This Article describes the legal history of how, twenty years after the sterilizations began, the U.S. Department of Health, Education, and Welfare, in 1978, finally created regulations that prohibited the sterilizations. It tells the heroic story of Connie Redbird Uri, a Native American physician and lawyer, who discovered the secret program of government sterilizations, and created a movement that pressured the government to codify provisions that ended the program. It discusses the shocking revelation by several Tribal Nations that doctors at the IHS hospitals had sterilized at least 25 percent of Native American women of childbearing age around the country. Most of the women were sterilized without their knowledge or without giving valid consent. It explains the obstacles that Connie Redbird Uri and other Native activists faced when confronting the sterilizations, including the widespread acceptance of eugenic sterilizations, federal legislation that gave doctors economic incentives to perform the procedures, and paternalistic views about the reproductive choices of women, and especially women of color. Finally, this Article describes the long-lasting impacts of the federally-sponsored sterilization of Native women. The sterilizations devastated many women, reduced tribal populations, and terminated the bloodlines of some Tribal Nations.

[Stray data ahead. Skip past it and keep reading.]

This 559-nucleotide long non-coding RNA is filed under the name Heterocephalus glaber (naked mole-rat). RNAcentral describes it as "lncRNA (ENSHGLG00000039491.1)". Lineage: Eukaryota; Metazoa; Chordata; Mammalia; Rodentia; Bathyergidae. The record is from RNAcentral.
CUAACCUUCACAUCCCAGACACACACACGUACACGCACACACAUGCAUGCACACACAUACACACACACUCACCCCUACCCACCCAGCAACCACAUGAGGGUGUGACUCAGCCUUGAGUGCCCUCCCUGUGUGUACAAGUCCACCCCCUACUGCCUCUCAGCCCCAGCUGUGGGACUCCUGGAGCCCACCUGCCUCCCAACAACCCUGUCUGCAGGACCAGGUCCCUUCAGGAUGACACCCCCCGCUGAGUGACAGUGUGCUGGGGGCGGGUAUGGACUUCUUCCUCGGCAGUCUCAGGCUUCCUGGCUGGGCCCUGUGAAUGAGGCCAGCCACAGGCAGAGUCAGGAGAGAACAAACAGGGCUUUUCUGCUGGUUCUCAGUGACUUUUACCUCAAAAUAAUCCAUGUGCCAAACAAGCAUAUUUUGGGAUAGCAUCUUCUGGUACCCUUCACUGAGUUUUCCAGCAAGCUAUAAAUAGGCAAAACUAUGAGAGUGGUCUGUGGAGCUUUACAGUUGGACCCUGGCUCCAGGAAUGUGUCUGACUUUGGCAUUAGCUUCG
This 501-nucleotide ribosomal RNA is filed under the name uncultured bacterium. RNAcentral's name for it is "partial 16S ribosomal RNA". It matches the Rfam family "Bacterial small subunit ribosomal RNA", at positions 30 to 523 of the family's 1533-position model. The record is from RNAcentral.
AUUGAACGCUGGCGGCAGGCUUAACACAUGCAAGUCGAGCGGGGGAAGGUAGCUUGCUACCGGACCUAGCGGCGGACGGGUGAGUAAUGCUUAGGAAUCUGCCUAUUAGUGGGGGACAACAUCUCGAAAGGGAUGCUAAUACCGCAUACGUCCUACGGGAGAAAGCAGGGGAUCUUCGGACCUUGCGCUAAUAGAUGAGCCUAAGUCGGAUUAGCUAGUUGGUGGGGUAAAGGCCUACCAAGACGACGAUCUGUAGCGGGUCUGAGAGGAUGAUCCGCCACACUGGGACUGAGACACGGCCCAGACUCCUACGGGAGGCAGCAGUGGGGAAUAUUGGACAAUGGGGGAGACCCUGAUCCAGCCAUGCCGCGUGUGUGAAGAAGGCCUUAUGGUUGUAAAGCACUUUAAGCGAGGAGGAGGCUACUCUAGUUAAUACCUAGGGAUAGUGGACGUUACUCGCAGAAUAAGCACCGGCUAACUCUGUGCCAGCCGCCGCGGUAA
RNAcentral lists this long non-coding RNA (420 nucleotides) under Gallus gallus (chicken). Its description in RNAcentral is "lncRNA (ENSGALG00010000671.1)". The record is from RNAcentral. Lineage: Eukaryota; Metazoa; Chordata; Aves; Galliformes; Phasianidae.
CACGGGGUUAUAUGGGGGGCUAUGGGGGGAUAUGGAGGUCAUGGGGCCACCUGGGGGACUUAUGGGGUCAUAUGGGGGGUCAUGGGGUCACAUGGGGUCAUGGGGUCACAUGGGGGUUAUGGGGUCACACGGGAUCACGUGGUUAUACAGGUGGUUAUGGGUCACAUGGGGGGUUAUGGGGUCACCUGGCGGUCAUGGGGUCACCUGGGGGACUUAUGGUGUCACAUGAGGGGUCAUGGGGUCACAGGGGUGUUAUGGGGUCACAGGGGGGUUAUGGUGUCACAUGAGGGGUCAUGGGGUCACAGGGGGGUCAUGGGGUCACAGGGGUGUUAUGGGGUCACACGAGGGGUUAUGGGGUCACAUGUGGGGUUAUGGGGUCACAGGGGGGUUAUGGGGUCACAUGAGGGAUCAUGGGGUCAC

The Enemy is the Knife: Native Americans, Medical Genocide, and the Prohibition of Nonconsensual Sterilizations,
Mich. J. Race & L.
Available at: https://repository.law.umich.edu/mjrl/vol27/iss1/3